Finding Community

by Brenna Trollinger

“I have largely underestimated the brevity and depth of this experience… what if this isn’t worth it?”

This was the first line of my bridge year journal, written by a version of myself who was scared, uncertain and had no idea what this bridge year would bring. And I was right, I had underestimated what this incredible and challenging experience would bring. However, I can say with certainty that it was worth it. I would do it again even with every hardship and bout of homesickness. I would not trade this experience for any other. Nicaragua will forever hold a special place in my heart and I am grateful for everything it has given me.

Here, I have found a community of friends within the other 1+4 fellows who are more like family than friends. They have seen me through my lowest moments and some of the most incredible experiences of my life. 

I have found friendship in my internship boss, Chepe, who is quiet yet kind.  We could talk for hours about his interests in biology and conservation. He showed such passion for the work we got to do together.

I found understanding in my Spanish teacher. Zoleyda was patient and understanding of all my questions and mispronunciations. I loved hearing stories about her life, gossiping and gaining confidence in my own Spanish. She is one of the best teachers I have ever had and one of the kindest friends I have made. 

I gained an appreciation for my host mom in her patience with me, and willingness to open up her family to me. When I was homesick and crying, Rosa was there for me to listen. She made me my favorite foods and reassured me that I can do this. I admire how she runs her family with such strength, raising both a strong daughter and granddaughter. 

Finally, In this family, I gained the little sister I never had. Maykeling is seven and loves to be the center of attention. She taught me how to dance and be a kid again, and how to be a big sister.

That sentence I wrote in my journal all those months ago was right, I underestimated the importance of this bridge year experience. Making the decision to come to Nicaragua was not a mistake. This year I found a completely new community and a home away from home.

On Being Mexican in Nicaragua

by Nadia Rosales

All my life I have been Mexican. Through the years, I have had to grapple with what that means, globally and otherwise. I have had a rough time shaking off stereotypes, but my identity was always on the defensive- I was always proving that I was Mexican, or that Mexicans did belong.

When I was a child, I spent most of my time trying to fit into a crowd that did not know what to do with someone like me. I always felt that it was a personal failure when the other kids rolled their eyes as I talked about anything that happened in my home and when they laughed when I used a word in Spanish. I learned that it was easier to just pretend I was a shallow outline of whatever the other kids believed a Mexican to be. All I ever did was hurt in my home state because no one acknowledged me for who I really was.

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An Angel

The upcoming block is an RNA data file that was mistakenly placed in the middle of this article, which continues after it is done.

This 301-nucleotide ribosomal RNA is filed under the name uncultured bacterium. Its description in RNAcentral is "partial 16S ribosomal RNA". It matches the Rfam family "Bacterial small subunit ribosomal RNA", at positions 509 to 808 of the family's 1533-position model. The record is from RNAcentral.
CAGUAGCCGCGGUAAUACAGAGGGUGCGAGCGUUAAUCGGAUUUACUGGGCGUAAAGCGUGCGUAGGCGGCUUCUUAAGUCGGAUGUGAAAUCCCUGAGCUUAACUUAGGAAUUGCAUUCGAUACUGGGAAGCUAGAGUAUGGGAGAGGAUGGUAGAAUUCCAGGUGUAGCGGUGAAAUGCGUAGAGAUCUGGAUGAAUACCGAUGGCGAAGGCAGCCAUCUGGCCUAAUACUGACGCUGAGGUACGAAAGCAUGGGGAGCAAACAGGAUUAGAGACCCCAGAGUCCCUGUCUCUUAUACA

by Linnea Otto

“Here is your food, my queen.” Doña Violet beamed to a child who stood barely taller than her knees. Her voice held such a tone of reverence that it seemed she was truly speaking to royalty. The child responded with a goofy smile, showing the gaps in their mouth that outnumbered the teeth.

This woman, Doña Violet, is an angel. She works nine hours everyday making food from scratch for over seventy children at the youth center where I work.
Despite this, every morning when I enter the kitchen, she drops whatever pot she’s stirring or pan she’s scrubbing and spins around to greet me. If I forget my water bottle in the refrigerator over the weekend, she freshens it with new water before I get to work on Monday. When she cooks something that has meat in it, she makes me a vegetarian portion. When I don’t wear my glasses, she notices and asks me where they are. In an environment swarming with people, she not only makes me feel like a valued individual, but manages to devout attention to each and every child. When the food is hot, she will sit for an hour at the preschool table, reminding each kid to blow every single spoonful so that they don’t burn their tongues. When kids are running late for lunch, she will stand in the kitchen as she eats, waiting to serve the remaining children. On the day of the third and fourth grader’s play last semester, she made a special lunch of fried shrimp to celebrate. 

However, despite her shining smile, her eyes are tired. She has been working at the youth center for over a decade. The heavy lifting, working on her feet all day, and the daily temperature above 100℉ in the kitchen
are taking a toll on her physical health. When I offer to help her with simple tasks such as cutting vegetables or lifting a heavy crate, her face warms and softens as if I had just volunteered to carry her several miles. Only once or twice has she admitted to me that her arthritis has been bothering her. “I’m doing well today…but my wrists hurt,” she’ll say. And with that, she’ll brush off her apron and begin serving the seventy plates of food to her awaiting kings and queens.